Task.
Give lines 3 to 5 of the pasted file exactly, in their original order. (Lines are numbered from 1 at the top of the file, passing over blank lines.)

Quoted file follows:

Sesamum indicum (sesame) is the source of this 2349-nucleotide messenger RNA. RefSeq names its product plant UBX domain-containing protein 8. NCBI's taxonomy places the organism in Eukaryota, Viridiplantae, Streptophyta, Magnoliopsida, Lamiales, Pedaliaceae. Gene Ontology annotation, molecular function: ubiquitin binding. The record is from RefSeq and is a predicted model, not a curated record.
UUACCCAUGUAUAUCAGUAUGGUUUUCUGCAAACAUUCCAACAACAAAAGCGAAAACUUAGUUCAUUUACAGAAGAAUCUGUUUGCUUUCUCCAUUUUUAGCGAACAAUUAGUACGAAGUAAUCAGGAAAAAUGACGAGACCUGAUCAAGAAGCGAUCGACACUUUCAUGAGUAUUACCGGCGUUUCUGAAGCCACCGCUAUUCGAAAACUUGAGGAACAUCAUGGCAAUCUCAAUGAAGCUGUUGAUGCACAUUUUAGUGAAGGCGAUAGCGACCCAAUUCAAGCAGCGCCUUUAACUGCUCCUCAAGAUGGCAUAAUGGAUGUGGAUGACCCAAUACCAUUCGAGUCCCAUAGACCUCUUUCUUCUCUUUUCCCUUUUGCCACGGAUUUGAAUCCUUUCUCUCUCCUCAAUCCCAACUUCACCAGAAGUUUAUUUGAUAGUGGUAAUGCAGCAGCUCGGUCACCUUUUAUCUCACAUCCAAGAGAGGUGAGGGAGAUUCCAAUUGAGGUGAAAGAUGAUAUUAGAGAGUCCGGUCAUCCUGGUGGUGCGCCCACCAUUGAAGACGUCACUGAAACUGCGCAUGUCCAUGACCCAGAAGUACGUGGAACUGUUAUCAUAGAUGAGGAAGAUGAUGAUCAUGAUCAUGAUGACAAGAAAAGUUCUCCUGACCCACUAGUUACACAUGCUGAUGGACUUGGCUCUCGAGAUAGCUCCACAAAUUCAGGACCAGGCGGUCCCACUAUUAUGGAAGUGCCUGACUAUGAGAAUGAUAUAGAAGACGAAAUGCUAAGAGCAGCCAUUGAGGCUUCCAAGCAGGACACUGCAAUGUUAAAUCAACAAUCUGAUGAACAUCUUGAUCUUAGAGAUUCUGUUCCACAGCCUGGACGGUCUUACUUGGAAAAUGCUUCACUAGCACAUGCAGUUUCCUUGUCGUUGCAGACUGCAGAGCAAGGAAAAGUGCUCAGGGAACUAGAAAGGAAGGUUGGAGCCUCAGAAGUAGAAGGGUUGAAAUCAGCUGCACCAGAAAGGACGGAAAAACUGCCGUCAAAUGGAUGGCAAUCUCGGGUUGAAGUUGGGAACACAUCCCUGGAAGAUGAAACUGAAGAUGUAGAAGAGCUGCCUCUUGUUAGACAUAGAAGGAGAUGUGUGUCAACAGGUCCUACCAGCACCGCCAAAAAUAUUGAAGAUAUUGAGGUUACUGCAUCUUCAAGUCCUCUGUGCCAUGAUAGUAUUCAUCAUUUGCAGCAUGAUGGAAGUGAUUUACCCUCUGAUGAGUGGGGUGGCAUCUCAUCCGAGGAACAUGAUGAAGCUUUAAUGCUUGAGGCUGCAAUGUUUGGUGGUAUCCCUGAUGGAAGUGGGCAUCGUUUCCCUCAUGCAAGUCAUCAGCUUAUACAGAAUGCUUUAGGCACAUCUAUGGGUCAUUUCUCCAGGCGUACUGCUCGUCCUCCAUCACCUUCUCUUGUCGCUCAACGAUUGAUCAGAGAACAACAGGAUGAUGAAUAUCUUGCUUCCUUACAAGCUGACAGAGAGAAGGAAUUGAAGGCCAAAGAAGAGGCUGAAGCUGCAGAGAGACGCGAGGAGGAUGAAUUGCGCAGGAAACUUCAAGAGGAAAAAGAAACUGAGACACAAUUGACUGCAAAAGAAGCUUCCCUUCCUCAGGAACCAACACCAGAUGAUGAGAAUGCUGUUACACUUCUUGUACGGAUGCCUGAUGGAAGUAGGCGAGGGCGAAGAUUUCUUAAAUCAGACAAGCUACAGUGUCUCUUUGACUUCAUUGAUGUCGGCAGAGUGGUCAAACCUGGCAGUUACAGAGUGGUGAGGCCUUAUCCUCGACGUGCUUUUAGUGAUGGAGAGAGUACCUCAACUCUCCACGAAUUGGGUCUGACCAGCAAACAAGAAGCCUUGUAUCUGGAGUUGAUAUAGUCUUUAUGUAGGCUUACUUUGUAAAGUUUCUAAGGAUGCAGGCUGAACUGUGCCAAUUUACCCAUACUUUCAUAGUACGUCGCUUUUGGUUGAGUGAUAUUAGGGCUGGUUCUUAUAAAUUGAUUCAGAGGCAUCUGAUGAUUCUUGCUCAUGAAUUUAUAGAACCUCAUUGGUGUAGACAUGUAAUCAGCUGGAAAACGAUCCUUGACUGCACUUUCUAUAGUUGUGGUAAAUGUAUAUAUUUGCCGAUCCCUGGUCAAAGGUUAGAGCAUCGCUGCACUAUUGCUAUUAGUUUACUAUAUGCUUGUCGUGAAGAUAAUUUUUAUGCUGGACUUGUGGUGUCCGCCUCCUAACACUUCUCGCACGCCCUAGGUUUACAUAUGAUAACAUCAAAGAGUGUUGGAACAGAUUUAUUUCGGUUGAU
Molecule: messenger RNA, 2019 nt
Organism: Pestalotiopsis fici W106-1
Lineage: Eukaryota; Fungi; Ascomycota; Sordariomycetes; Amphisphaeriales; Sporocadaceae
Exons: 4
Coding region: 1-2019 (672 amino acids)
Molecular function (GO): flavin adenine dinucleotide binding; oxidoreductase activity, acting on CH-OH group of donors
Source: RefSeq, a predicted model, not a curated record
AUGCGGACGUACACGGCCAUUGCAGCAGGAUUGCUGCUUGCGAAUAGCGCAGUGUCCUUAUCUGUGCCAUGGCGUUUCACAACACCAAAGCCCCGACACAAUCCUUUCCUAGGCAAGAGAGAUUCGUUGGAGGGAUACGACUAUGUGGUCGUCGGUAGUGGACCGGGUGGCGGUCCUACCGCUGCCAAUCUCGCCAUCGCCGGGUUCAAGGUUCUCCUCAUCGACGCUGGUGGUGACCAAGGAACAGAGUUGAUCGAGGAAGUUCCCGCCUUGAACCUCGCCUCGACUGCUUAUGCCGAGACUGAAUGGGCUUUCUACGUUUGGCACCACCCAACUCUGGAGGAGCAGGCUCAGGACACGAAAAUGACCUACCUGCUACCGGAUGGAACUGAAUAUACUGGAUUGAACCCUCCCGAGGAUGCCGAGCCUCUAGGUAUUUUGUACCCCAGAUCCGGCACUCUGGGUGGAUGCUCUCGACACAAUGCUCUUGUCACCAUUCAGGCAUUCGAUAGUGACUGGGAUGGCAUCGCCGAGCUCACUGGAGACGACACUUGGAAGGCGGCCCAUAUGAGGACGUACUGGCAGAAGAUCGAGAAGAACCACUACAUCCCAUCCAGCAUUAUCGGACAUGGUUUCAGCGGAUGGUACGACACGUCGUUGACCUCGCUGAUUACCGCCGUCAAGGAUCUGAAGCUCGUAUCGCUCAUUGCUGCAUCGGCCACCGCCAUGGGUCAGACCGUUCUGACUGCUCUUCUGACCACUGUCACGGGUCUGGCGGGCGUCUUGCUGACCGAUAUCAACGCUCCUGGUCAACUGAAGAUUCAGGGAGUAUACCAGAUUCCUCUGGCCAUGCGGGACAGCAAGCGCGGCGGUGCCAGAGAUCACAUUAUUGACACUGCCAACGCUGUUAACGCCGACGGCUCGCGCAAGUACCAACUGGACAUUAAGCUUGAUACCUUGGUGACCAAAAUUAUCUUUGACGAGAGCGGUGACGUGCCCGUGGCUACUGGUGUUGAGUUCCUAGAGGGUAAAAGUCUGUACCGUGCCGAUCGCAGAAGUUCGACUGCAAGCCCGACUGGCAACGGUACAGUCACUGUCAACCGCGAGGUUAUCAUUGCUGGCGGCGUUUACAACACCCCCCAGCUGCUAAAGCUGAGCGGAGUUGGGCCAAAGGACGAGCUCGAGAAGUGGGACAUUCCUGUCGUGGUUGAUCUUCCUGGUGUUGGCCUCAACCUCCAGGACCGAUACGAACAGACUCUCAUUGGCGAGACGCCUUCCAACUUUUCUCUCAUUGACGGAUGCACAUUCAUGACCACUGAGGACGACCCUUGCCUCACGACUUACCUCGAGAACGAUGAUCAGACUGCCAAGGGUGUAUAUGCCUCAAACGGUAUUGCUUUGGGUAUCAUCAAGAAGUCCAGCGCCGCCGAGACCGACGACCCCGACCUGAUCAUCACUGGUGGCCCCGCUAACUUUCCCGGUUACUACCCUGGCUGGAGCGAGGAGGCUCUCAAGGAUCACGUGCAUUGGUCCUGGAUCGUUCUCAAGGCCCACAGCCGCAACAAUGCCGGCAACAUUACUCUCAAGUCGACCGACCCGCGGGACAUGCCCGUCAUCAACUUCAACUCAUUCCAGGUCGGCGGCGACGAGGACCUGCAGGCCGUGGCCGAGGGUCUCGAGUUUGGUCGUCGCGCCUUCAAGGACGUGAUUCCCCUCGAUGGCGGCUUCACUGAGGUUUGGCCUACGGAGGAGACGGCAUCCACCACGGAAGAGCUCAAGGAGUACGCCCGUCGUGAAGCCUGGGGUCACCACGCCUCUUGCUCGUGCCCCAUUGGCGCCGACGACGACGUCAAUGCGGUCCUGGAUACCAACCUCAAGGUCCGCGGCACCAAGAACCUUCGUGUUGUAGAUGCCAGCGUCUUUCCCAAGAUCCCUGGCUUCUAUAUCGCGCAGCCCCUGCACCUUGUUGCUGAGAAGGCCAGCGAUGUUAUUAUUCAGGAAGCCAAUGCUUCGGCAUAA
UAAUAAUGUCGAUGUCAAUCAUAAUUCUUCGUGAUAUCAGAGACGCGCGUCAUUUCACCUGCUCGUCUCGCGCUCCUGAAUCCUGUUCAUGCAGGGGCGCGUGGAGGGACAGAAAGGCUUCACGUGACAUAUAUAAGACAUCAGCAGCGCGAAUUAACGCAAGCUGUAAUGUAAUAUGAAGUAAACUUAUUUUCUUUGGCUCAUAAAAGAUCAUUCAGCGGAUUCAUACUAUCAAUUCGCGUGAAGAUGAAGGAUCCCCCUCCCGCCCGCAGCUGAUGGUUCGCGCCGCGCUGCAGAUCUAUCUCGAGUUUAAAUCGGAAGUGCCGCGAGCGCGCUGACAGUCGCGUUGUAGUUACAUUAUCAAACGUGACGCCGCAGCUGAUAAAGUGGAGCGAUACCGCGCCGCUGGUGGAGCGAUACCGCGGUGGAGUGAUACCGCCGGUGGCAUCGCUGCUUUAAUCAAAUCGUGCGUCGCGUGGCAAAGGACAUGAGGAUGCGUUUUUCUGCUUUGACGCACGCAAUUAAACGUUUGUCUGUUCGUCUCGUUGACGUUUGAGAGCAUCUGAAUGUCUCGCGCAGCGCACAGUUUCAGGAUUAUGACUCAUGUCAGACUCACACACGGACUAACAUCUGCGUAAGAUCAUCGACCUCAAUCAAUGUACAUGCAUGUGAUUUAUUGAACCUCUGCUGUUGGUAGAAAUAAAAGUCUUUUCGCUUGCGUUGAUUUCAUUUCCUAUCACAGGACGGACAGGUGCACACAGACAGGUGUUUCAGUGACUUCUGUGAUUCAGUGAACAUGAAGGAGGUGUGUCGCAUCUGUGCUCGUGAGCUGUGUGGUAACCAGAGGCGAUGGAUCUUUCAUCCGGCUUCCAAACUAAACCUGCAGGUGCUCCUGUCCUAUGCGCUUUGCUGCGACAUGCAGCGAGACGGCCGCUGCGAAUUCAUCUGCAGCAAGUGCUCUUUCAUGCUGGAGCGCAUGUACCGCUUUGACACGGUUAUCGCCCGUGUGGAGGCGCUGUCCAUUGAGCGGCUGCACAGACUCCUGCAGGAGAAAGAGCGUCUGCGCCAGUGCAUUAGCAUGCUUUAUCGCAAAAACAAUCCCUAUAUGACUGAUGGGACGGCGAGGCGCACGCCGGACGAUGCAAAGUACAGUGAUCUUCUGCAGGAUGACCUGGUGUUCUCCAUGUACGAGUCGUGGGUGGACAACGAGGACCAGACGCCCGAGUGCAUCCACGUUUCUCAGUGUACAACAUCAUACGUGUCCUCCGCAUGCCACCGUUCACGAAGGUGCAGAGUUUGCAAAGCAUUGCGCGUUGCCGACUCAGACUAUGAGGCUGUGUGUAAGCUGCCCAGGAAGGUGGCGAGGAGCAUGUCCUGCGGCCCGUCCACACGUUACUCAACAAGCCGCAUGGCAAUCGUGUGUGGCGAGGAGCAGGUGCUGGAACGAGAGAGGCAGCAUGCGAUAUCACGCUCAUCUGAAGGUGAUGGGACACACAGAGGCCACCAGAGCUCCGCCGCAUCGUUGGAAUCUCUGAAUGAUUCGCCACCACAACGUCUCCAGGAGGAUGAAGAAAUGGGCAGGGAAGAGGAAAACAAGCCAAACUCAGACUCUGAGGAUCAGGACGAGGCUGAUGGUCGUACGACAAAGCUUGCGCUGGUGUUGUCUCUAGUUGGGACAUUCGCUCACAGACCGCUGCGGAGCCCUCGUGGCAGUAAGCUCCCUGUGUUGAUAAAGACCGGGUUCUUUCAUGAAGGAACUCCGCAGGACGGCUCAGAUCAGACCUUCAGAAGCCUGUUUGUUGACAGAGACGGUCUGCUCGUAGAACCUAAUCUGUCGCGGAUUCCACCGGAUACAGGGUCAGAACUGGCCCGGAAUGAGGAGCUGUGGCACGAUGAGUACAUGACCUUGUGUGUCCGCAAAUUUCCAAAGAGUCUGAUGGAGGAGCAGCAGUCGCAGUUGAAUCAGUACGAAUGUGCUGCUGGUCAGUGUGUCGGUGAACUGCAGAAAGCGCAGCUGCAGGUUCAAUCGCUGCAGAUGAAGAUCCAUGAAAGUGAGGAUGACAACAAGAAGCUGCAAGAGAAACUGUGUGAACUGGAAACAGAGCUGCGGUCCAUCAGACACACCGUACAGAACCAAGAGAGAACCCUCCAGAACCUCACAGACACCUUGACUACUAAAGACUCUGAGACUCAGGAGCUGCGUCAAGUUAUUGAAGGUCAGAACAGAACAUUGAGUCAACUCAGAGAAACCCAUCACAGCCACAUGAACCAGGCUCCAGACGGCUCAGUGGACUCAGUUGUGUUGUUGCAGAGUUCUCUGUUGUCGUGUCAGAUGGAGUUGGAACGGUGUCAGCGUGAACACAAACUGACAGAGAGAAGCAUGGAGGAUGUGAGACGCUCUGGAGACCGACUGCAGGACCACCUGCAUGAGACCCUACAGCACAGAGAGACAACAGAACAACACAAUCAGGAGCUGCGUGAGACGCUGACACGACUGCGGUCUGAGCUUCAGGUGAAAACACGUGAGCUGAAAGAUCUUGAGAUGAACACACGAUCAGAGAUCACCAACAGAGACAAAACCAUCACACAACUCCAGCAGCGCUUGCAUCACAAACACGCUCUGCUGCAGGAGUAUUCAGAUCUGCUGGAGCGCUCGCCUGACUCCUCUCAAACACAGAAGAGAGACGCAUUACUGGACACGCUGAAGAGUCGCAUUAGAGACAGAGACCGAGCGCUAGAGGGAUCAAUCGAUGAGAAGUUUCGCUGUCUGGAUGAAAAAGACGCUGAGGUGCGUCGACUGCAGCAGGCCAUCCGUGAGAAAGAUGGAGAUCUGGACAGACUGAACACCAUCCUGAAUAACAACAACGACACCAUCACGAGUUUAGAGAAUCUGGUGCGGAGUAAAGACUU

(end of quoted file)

Molecule: messenger RNA, 2019 nt
Organism: Pestalotiopsis fici W106-1
Lineage: Eukaryota; Fungi; Ascomycota; Sordariomycetes; Amphisphaeriales; Sporocadaceae